West Virginia Sen. Joe Manchin is once again becoming an obstacle in the renewed Democrat push for “ambitious” gun control in the wake of the mass shooting in Buffalo over the weekend, according to The Hill, which is reporting the centrist Democrat “is emerging as a problem.”
Manchin is holding steadfast to his compromise legislation, negotiated with outgoing Republican Sen. Pat Toomey of Pennsylvania. The Manchin-Toomey bill would expand background checks for commercial sales, including at gun shows.
But Joe Biden, during his remarks in Buffalo, alluded to a ban on so-called “assault weapons” and high capacity magazines, an idea popular among Manchin’s left-tilting Democrat colleagues. However, with a 50-50 split in the Senate, such a ban is unlikely to pass, especially in an election year with a potentially disastrous midterm election looming in November.
As noted by TIME, “For much of his career, Biden has tried—and largely failed—to restrict access to the types of weapons” he wants banned. And with his off-the-cuff acknowledgement last year during a CNN “Townhall” broadcast that he would also like to ban 9mm semi-auto pistols (his remark was captured on video and became the centerpiece of a Second Amendment Foundation advertisement), there is plenty of resistance to the Biden gun control agenda.
The Hill is reporting Manchin believes his old legislation “is the only reform that has a chance of passing the 50-50 Senate, undercutting Democrats’ hopes of passing broader legislation.”
Grassroots gun rights activists do not consider more gun control to be “reform” of any kind. Rather, any new legislation translates to more restrictions.
When Biden declared in Buffalo “There are certain things we can do. We can keep assault weapons off our streets. We’ve done it before. I did it when I passed the crime bill,” he opened more speculation about what could happen—or not happen—on Capitol Hill between now and November.
Writing at the Washington Post, columnist Henry Olsen stated, “It’s long past time for political leaders at all levels of government to work to reverse the spiraling trend (of gun-related violence). The National Rifle Association and other Second Amendment advocates should lead the way.”
But his 758-word opinion piece only appears to suggest more concessions, including “applying background checks to sales at private gun shows.” None of the recent mass shooters bought their firearms at gun shows, and when they acquired their guns at retail outlets, they passed background checks. The gun show “loophole” is therefore a bogus issue, say many activists.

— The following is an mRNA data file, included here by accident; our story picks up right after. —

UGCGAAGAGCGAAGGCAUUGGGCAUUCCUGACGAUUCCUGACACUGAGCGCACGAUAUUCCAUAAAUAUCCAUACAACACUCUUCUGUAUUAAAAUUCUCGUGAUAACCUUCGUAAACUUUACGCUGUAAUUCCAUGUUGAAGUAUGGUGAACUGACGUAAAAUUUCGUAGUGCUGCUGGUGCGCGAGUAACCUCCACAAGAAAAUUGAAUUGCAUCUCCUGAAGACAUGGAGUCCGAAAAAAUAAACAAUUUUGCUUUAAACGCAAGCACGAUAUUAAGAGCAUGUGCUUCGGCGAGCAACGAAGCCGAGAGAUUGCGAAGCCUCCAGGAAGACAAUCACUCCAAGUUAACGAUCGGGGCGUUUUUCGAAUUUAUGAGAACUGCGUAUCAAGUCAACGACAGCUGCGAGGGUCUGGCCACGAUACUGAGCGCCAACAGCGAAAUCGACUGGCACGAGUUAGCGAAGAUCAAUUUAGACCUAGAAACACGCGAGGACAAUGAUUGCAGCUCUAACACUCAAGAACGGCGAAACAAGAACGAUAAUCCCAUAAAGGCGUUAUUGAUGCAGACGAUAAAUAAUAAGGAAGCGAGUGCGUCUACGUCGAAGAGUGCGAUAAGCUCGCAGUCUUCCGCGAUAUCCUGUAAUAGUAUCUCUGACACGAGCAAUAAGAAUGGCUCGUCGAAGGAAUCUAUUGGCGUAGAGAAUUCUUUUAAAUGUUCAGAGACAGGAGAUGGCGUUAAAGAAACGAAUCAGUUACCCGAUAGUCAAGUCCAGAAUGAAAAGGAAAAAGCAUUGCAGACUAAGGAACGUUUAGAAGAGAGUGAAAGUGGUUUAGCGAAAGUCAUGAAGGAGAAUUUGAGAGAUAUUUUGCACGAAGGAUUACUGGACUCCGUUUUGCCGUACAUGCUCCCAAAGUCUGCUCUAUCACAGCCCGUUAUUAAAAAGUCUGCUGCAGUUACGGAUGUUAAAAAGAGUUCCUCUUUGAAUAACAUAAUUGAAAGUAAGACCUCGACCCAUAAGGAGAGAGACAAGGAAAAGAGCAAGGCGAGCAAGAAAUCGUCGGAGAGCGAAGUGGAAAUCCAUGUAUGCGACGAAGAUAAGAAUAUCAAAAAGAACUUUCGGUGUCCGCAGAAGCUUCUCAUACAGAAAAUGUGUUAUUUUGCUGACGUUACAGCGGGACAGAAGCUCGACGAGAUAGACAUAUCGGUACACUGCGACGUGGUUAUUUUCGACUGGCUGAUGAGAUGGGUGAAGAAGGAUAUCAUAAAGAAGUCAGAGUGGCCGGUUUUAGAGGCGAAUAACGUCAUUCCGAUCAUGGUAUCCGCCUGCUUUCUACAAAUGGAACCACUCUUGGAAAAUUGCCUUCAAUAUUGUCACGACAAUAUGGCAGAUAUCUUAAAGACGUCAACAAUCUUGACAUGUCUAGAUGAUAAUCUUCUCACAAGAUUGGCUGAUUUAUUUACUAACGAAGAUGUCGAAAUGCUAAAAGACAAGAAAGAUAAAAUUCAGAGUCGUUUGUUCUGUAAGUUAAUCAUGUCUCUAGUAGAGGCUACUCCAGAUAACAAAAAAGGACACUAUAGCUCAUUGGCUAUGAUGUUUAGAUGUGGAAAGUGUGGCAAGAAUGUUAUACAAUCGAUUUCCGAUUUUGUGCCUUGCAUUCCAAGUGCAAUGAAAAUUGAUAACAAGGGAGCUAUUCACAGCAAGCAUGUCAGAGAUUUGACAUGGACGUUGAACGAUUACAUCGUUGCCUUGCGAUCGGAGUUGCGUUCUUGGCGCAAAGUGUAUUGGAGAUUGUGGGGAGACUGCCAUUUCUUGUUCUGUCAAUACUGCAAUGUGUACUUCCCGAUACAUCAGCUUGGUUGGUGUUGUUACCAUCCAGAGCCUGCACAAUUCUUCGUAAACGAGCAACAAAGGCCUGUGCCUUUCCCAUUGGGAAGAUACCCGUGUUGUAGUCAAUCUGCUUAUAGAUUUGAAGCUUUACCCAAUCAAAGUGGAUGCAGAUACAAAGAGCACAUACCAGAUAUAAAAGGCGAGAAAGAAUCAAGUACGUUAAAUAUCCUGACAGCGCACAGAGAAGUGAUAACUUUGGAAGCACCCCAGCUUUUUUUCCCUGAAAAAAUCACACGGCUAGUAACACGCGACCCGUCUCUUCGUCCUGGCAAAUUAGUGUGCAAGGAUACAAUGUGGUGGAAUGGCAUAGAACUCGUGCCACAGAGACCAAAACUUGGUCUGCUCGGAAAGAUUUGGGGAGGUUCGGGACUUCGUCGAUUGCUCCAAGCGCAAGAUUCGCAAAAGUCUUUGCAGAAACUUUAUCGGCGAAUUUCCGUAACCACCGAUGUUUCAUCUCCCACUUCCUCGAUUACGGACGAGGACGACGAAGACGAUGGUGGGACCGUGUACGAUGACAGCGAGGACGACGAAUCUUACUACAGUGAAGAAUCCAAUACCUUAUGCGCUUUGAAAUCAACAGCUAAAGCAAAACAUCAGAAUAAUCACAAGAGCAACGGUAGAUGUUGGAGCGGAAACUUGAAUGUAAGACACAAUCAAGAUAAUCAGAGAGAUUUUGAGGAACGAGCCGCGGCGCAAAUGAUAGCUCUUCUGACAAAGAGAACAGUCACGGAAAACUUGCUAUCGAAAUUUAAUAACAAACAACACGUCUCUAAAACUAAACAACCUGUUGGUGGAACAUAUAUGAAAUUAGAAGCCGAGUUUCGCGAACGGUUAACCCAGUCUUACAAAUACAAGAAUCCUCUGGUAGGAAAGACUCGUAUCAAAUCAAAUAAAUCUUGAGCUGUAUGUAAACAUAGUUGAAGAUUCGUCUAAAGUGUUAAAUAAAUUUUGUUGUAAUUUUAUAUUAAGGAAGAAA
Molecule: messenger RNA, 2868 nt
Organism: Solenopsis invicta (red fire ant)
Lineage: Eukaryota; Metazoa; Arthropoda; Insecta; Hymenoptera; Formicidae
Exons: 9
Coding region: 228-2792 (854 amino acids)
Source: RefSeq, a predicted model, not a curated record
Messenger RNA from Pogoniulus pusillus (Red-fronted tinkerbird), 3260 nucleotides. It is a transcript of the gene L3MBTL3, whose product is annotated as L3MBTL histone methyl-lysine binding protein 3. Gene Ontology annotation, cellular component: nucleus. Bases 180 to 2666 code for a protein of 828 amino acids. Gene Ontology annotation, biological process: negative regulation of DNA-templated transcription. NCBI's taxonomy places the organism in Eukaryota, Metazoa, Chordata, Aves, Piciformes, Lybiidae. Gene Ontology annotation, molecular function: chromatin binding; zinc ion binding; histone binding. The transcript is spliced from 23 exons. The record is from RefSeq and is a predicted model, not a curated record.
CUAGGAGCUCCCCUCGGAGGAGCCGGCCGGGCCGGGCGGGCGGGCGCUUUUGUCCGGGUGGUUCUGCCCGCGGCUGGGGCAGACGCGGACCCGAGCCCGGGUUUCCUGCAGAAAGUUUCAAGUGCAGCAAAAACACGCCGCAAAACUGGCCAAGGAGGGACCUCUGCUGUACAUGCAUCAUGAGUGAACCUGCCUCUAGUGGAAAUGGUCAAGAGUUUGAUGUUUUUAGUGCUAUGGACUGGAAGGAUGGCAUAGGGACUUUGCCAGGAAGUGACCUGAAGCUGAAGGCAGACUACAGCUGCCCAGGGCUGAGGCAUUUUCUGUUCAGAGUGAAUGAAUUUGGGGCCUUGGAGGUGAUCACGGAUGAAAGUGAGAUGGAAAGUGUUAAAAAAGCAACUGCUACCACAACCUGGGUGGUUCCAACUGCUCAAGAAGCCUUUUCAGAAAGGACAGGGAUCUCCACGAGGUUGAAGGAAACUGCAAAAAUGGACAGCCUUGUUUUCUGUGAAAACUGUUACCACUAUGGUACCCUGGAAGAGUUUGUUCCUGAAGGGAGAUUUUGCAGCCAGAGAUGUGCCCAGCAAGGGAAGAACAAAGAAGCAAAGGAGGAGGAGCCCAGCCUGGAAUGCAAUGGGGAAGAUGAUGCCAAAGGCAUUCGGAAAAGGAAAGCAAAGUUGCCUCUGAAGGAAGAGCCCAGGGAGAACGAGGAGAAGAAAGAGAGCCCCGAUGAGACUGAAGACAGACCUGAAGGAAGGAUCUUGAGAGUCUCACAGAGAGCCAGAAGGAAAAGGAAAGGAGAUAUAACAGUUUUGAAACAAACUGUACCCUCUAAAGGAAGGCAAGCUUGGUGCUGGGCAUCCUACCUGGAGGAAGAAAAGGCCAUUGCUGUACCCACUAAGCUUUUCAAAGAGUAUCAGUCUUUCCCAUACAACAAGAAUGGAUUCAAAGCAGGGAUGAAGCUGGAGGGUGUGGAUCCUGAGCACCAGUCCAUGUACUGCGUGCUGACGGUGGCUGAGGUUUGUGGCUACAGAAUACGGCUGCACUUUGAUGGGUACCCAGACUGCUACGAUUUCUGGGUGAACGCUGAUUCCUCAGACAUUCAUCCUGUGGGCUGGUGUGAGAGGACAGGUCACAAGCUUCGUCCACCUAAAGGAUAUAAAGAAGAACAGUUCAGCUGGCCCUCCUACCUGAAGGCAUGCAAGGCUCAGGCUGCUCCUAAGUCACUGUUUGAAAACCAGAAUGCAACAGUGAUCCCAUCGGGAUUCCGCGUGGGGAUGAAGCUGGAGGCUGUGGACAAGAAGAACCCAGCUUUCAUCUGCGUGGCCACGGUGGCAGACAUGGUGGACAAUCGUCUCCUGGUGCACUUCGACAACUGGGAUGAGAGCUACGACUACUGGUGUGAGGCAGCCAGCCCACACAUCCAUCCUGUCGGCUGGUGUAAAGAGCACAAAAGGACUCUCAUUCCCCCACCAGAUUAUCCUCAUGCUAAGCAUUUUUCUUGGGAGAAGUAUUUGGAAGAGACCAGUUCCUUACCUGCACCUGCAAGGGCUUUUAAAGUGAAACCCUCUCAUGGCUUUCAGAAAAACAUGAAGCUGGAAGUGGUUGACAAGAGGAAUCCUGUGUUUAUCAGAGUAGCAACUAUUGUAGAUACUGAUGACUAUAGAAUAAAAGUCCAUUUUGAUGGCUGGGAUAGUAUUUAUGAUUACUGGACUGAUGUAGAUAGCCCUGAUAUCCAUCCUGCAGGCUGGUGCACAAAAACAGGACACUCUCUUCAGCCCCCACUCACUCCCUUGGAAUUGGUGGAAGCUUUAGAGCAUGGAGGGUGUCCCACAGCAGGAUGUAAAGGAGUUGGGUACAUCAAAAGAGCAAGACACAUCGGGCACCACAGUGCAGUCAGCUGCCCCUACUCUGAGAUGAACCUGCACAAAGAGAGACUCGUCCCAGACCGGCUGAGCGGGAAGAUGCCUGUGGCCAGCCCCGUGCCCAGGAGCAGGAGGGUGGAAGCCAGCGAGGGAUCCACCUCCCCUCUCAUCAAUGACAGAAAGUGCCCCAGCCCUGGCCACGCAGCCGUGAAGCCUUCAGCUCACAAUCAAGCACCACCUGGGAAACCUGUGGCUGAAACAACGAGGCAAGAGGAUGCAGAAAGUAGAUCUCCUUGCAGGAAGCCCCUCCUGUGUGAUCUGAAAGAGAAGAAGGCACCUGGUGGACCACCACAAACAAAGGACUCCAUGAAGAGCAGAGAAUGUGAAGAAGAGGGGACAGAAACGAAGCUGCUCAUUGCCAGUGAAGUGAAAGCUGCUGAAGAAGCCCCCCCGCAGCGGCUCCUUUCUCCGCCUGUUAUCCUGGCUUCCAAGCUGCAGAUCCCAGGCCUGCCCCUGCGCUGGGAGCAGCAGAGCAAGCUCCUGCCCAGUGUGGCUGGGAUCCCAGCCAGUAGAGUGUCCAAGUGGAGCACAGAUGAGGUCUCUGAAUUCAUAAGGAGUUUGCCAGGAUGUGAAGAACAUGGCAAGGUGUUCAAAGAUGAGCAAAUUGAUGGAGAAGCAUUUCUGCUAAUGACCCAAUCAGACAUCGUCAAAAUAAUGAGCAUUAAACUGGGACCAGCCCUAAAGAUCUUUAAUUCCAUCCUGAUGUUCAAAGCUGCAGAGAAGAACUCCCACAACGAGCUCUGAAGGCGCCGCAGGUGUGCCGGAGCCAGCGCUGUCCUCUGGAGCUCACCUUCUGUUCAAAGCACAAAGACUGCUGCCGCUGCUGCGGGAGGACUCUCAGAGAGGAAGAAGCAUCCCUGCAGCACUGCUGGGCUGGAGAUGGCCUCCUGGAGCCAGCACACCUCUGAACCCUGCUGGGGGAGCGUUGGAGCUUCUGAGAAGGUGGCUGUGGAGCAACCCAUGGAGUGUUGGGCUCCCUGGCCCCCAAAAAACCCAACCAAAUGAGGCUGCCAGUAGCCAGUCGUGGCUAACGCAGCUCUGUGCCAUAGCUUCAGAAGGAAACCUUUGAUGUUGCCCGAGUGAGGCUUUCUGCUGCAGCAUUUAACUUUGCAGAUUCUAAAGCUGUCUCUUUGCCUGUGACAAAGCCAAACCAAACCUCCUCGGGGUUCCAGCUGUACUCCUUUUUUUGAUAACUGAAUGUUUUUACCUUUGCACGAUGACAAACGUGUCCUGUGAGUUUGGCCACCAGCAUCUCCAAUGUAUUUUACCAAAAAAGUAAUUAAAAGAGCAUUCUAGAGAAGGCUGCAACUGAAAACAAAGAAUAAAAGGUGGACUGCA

The reality, gun rights advocates contend, is that Capitol Hill gun control proponents are really gun prohibitionists who are simply afraid to admit it because of the likely political backlash. As noted by The Hill, “Leading Senate Democratic advocates for gun control legislation…say Manchin-Toomey doesn’t go far enough.”
The report quotes anti-gun Connecticut Sen. Richard Blumenthal, chairman of Senate Judiciary Subcommittee on the Constitution. When asked about Manchin-Toomey, he replied, “I’ve never signed on. It needs to be made stronger… I don’t know what Manchin-Toomey is at this point. It is a shapeshifting, kind of vague proposal without any specifics.”
Therein lies the problem. No matter what proposal is made, anti-gunners like Blumenthal invariably want something “stronger.” This typically translates to “universal background checks” for all firearms transfers, even between friends and family members, at which point, say many in the firearms community, the right to keep and bear arms becomes a government-regulated privilege.
Into this renewed debate about gun rights versus gun control stepped perennial anti-gun Sen. Charles Schumer (D-NY), currently Senate Majority Leader, promising “to work towards finally ridding our streets of weapons of war,” according to The Hill.
It does not matter to Schumer or other gun control proponents that modern semiautomatic sport/utility rifles are not “weapons of war,” rights activists contend. However, the establishment media doesn’t challenge the assertion.
As illustrated by the TIME article, “It’s been nearly 30 years since Congress has passed meaningful new limits on gun ownership,” the press seems comfortable with adding restrictions on the right to keep and bear arms.
But standing in the way of any gun control momentum is Manchin, whose current term runs through 2024.